Galindo Barrios faces a more difficult path. He still owes $447 in fines toMcLean County, for example, after pleading guilty to driving with an expired license last summer, records show, although he didn't have a license. That's about a week's salary, he said. Records show Barrios also has been cited for traffic violations in Cook County, including driving without a license and insurance, but he says the car is covered now.
"Over there, to tell you the truth, people think it's better here because of the economy," Barrios said of his homeland. "And it is better here ... but there are a lot of jobs that you can't have because you don't have papers or a driver's license either.
"This is a country of immigrants," he said. "And we're living in the shadows."
Barrios is among thousands of people who hope the state's temporary license program will signify a step out of the dark.
More than 5,000 people -- about 1,300 of them living in Chicago -- had successfully applied for license application appointments as of last week. Barrios and an untold number of others are still waiting to get in line as officials plan to open more than 30 total application sites during the next two months.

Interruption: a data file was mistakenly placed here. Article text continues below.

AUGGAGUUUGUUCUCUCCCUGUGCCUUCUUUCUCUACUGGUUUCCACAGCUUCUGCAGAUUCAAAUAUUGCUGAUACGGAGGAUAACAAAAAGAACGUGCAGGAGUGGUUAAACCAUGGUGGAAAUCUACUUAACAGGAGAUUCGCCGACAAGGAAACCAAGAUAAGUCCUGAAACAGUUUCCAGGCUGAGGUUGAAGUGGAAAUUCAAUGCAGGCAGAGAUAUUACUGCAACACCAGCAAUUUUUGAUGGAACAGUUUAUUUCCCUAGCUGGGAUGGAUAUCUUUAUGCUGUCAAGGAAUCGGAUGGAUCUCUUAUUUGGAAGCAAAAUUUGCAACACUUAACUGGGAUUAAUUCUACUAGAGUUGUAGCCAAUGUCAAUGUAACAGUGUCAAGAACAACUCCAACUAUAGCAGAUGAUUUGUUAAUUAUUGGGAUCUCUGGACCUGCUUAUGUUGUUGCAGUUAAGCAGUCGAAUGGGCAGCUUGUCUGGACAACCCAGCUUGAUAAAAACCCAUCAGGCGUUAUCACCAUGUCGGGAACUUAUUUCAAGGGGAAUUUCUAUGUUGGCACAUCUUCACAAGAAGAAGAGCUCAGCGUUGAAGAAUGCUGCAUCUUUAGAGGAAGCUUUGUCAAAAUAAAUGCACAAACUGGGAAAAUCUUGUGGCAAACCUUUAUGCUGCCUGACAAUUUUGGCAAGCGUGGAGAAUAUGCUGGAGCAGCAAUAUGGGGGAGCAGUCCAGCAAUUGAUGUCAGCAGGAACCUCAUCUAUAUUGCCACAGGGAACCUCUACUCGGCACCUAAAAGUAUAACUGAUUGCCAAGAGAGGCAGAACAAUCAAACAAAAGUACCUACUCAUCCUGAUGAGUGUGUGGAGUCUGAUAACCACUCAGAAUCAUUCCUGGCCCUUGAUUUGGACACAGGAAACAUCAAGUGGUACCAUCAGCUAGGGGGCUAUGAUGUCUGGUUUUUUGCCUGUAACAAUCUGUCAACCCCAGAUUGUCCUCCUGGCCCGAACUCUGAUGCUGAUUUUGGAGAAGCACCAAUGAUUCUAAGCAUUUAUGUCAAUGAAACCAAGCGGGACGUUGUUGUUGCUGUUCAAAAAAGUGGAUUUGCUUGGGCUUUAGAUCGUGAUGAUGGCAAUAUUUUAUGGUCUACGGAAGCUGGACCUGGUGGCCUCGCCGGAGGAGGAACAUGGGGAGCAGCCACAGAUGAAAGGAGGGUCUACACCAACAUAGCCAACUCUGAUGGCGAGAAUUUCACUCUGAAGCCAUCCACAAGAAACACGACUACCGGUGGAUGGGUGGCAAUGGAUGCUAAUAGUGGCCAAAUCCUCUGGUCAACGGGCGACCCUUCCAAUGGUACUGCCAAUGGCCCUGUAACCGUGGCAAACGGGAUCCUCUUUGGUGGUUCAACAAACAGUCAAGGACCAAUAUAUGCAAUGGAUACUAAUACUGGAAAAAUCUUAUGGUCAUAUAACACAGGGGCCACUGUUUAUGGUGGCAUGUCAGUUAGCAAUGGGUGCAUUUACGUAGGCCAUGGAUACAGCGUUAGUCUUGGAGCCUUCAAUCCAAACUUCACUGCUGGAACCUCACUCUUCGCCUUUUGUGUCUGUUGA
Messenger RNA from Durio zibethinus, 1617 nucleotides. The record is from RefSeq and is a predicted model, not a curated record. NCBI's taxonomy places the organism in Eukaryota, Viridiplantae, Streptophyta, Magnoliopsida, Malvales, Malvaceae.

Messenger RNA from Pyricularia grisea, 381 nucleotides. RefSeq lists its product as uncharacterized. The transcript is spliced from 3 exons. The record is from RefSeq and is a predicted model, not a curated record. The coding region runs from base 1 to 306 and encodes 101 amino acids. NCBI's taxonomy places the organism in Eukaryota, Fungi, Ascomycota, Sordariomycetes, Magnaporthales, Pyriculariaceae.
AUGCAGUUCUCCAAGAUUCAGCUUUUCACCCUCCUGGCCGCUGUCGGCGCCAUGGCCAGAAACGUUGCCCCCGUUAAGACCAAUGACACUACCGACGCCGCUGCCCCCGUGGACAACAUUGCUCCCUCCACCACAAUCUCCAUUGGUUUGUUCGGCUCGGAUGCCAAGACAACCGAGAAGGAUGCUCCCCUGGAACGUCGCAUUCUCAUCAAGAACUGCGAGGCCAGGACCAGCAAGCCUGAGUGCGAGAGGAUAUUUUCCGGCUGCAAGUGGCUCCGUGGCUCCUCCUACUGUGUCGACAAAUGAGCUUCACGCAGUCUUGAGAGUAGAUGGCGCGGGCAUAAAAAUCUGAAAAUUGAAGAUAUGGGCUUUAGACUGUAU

Officials say the licenses, renewable every three years, can't be used for other identification purposes, such as boarding a plane, buying a gun or voting. The card can be issued only by the Illinois secretary of state. Its distinct markings don't represent a change in federal law, as it only legalizes driving within state borders.
To be eligible, applicants must prove they've lived in Illinois for at least a year, a provision that requires them to provide a copy of a lease, utility bills or other proof of their residency. An applicant also must obtain insurance and pass vision and driving exams before the license is mailed.
Prospective applicants often speak about how the program doesn't accomplish their goals for revised immigration laws, or are skeptical that if they apply, information about their legal status won't be used against them.
Still, some say, the ability to drive without a constant eye on the rearview mirror is an important step.
"Look at this through a human lens," said Yesenia Sanchez, head of the West Suburban Action Project, a local immigration advocacy group. "This is a vital issue for people. They've been waiting for this for decades."
The document's importance isn't limited to driving privileges. In some communities, Sanchez said, the license can symbolize protection from deportation.